It is somewhat disconcerting how few new male vocalists inhabiting the jazz idiom practice their craft with the same degree of genius and virtuosity as saxophonists and other instrumentalists. It is a conundrum why so many new artists don't play the first instrumentthe human voice. Some posit that poeta nascitur non fit
? Is it true that vocal art is the one art that cannot really be taught, but only refined in those who "were born with it"? That appears so. There is, after all, only one Ray Charles
, Louis Armstrong
or Frank Sinatra
, not to mention Al Hibbler
, Milt Grayson, Johnny Hartman Kurt Elling
or Bobby McFerrin
. The days of the great male crooners are over.
Until, it appears, Kalil Wilson came along. Here is a singer, a profoundly smoky tenor, who is so singular and naturally expressive that his voice appears biologically connected to "living breath." His phrasing, dynamics and expression are sublime, effortless and otherworldly. Yet he is completely connected to the long and celebrated tradition of vocaliststoo many to name here. Wilson is heard on Easy to Love
, a debut of bottomless depth and grandeur. But it's also self-effacing and completely lacking in the grandstanding that some vocalists might resort to today, in order to be heard and appreciated.
Wilson does not so much sing as he floats, slides and swims on the air that propels the lyrics, becoming characters in the songs. If it were not a scientific fact that the lungs were a repository of the air that blows through the vocal chords, it would seem that these controlled gusts of wind came from his soul. Perhaps they actually do, for his notes ring loud and sometimes barely above a whisper, in tones and shades that give shape and color to the characters. He deepens the songs as he plays them to the hilt.
On "You've Changed," a swaggering bluesy lament, he plays the elementally sad lover who cannot seem to get through to his stonehearted partner. Wilson soars magnificently in his unbelief. He is a soulful listener at the feet of "Nature Boy." Here, too, he sings on, and sometimes behind, the beat; and even stretches and twists the odd note.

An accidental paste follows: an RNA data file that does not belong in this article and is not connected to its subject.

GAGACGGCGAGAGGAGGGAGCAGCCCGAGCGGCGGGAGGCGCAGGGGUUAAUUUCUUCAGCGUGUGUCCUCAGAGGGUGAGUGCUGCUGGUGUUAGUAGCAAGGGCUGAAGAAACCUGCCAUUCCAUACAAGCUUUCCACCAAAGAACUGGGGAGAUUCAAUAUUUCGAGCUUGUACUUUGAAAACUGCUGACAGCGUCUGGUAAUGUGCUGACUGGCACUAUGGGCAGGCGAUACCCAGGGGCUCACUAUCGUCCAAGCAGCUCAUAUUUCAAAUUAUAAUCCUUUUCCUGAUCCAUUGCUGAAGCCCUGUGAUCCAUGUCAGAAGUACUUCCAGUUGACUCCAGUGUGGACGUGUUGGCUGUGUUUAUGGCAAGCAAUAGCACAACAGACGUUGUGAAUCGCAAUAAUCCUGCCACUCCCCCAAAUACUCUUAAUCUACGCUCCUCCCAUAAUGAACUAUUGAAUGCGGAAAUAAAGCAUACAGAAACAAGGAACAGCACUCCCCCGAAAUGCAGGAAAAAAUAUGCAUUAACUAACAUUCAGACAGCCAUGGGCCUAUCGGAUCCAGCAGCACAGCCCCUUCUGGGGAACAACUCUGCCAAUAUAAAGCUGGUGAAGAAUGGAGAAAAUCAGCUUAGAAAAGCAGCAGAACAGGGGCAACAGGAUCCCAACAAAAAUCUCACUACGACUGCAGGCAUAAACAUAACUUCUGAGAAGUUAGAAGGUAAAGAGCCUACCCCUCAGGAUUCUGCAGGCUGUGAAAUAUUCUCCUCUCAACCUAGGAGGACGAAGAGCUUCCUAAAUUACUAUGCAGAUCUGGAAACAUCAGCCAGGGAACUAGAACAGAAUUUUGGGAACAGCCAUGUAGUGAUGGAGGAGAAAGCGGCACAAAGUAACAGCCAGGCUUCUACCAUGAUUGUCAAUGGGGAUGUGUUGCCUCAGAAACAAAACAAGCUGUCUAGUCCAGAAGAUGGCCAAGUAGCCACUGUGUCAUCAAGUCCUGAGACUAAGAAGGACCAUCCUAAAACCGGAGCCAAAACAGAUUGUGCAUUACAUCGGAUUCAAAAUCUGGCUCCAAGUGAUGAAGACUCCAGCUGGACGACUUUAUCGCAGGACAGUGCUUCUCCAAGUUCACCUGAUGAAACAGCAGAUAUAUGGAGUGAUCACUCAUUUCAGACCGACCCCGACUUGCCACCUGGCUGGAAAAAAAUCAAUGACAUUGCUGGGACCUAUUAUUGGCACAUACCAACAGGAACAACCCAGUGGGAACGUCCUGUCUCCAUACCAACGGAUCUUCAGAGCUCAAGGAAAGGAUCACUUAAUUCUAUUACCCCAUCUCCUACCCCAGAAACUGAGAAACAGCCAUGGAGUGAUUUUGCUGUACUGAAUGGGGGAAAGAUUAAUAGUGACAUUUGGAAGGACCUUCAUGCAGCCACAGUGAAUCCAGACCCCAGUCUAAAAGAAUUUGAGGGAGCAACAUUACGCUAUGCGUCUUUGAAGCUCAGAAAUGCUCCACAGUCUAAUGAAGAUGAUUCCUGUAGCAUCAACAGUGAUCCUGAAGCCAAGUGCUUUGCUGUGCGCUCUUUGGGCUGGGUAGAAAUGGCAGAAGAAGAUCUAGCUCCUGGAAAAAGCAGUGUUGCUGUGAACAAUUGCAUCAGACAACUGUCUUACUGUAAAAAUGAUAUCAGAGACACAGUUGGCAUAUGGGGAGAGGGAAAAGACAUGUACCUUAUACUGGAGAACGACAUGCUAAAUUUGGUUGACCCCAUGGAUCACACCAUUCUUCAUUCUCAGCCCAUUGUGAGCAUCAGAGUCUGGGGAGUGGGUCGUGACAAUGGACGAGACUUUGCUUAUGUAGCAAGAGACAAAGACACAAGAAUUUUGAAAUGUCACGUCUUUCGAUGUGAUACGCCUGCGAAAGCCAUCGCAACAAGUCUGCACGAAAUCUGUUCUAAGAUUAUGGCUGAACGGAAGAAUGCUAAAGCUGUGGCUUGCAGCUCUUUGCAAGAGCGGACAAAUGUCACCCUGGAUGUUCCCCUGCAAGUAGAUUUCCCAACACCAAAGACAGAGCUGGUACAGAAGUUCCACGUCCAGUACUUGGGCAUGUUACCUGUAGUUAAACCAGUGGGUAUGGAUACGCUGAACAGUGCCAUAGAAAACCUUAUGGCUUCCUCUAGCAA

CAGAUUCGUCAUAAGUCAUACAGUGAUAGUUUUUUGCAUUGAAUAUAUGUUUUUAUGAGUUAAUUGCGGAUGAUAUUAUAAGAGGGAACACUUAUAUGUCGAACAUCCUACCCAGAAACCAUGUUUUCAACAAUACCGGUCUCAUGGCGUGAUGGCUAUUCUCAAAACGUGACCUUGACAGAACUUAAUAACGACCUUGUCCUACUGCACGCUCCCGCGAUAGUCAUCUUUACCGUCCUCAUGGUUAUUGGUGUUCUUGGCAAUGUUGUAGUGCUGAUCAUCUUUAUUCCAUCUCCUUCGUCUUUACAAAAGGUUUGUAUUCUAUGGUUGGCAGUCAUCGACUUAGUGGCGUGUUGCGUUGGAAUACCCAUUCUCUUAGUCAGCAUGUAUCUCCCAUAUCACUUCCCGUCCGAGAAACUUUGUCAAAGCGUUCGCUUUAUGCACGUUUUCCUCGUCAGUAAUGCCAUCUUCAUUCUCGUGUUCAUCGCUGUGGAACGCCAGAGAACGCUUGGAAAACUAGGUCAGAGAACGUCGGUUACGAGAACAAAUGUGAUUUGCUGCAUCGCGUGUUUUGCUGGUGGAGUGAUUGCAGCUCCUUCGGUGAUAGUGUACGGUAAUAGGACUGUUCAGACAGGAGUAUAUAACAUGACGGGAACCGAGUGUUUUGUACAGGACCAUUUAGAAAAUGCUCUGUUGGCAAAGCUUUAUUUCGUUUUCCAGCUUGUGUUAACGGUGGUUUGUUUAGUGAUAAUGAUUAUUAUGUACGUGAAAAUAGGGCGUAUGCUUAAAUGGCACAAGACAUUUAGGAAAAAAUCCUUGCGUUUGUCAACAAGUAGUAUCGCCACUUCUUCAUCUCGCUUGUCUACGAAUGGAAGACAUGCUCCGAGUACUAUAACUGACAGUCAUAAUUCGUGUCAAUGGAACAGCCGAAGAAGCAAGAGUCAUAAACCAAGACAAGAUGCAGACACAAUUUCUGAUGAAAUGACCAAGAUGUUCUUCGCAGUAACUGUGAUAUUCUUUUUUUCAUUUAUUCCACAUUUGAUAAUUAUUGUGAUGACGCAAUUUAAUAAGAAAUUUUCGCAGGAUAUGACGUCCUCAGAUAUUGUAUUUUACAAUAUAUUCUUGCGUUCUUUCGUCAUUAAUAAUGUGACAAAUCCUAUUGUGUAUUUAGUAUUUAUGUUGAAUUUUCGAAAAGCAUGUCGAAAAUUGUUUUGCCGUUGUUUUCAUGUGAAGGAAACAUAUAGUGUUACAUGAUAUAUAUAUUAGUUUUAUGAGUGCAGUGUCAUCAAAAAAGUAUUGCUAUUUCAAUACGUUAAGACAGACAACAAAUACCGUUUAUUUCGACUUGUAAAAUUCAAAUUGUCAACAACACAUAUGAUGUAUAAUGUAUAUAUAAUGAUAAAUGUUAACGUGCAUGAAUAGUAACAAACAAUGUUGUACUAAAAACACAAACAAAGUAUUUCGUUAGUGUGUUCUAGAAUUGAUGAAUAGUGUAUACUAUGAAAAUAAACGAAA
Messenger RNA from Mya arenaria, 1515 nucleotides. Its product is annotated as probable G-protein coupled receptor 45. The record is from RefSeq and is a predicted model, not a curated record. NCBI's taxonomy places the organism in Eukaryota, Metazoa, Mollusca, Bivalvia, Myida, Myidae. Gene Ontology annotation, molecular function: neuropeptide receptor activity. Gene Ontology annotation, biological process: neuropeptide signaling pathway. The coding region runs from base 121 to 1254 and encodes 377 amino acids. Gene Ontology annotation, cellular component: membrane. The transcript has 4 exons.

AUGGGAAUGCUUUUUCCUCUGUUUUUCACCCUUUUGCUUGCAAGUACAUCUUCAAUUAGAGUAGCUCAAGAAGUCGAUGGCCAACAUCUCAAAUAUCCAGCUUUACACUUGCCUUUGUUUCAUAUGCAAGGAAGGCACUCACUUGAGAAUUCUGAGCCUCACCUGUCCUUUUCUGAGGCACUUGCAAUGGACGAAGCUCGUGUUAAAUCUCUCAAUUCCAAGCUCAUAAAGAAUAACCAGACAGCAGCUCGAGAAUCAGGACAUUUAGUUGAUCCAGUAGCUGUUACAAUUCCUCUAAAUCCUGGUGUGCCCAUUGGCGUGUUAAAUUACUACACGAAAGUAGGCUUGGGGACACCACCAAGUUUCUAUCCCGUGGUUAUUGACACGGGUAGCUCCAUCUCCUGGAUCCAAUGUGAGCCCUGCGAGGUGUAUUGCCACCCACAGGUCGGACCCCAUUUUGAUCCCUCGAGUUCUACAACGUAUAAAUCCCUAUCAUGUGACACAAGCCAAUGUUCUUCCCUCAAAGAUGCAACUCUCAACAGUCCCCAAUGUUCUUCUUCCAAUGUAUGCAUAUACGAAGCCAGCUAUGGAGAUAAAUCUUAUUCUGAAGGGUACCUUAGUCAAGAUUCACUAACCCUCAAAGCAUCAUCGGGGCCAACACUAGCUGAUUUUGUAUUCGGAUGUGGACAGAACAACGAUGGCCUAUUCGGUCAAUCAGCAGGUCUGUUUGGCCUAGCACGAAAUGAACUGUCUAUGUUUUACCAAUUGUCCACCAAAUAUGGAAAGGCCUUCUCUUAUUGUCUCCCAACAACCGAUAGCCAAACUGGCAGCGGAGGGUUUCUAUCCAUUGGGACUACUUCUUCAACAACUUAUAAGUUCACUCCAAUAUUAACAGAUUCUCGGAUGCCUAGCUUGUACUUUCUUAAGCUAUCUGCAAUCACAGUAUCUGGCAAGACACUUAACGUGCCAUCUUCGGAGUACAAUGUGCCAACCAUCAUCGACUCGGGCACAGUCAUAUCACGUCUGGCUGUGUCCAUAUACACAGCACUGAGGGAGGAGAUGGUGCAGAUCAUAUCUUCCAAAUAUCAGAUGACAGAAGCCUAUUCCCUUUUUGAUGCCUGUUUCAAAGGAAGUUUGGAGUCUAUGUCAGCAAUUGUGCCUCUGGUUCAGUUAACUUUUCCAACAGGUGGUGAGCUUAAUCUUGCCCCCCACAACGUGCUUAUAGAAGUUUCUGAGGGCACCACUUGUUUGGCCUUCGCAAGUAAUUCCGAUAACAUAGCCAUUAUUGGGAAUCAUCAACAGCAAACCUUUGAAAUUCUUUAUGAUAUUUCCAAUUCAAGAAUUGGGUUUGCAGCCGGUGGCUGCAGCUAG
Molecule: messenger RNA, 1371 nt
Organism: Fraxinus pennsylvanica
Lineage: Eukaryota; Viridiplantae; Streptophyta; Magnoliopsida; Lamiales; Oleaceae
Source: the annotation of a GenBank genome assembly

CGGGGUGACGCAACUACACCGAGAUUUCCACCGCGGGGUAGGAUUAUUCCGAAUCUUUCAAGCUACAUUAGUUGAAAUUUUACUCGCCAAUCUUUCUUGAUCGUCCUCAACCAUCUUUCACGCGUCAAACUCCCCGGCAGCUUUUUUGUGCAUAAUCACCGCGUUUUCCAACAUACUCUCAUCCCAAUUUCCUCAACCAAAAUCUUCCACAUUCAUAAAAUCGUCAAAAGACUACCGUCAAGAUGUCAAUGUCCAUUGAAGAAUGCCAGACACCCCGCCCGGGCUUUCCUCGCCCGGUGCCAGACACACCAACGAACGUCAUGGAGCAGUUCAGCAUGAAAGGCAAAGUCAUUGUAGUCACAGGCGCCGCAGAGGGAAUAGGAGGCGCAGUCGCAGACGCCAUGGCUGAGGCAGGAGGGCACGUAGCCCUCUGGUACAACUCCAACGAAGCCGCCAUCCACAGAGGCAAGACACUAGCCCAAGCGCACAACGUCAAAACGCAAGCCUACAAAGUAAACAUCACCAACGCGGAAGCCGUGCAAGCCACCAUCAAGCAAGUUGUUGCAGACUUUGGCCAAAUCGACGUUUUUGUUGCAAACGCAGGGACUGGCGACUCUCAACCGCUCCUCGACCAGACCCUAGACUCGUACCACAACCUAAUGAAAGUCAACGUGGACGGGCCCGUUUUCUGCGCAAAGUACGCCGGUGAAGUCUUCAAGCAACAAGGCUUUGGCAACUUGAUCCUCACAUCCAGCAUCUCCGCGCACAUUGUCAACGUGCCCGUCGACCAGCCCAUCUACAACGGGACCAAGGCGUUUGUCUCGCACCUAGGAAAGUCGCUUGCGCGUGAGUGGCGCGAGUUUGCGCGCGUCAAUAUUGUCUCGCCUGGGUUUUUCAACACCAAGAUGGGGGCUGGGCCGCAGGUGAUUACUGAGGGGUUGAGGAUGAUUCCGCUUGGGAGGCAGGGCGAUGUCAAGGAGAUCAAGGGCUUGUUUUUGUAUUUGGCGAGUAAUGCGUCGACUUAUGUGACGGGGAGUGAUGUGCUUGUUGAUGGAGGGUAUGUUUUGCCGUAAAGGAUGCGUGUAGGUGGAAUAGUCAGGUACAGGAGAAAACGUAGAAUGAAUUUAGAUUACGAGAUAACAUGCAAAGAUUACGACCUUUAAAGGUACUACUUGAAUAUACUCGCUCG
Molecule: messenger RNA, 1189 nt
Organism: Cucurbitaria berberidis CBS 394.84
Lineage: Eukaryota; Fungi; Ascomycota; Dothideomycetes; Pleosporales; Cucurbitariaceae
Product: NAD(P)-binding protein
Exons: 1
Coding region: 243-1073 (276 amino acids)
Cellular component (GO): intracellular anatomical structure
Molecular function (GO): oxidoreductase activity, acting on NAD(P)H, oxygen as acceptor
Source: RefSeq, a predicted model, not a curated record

Other songs on the record shine anew with his deeply personal interpretation and polished delivery. On "Stardust," "Easy Living" and "I'm in the Mood for Love"especially on the latterhis voice enrobes the melody, carving out new harmonics. On "Then I'll Be Tired of You," as elsewhere, he navigates the scales of the song, creating new peaks and valleys with the surprising arpeggio. He can swing unabashedly, as on "Easy Living" and "I Cried for You." Rollicking swing is facilitated of course by pianist Berkeley Everett, organist Eli Sundelson
and the other fine musicians on this exquisite record.
Track Listing: Day By Day; I Concentrate on You; You've Changed; Nature Boy; I Cried for You; Easy Living; Stardust; I'm in the Mood for Love; Then I'll Be Tired of You; I Only Have Eyes for You; Do You Know Why?; If I Could Be with You; If It's Magic; Song for You; Just for Grandma Jo.
Personnel: Kalil Wilson: vocals, background vocals, percussion; Berkley Everett: piano; Chris Bastian: bass; Max Griffith: drums; Ethan Emerson: guitars (2, 6); Ray Bergstrom: guitars (12); Josh Duron: percussion; Eli Sundelson: Hammond Organ; Peter Hargreaves: tenor saxophone; Kathy Hoye: background vocals.
Year Released: 2009
| Record Label: Self Produced
| Style: Straight-ahead/Mainstream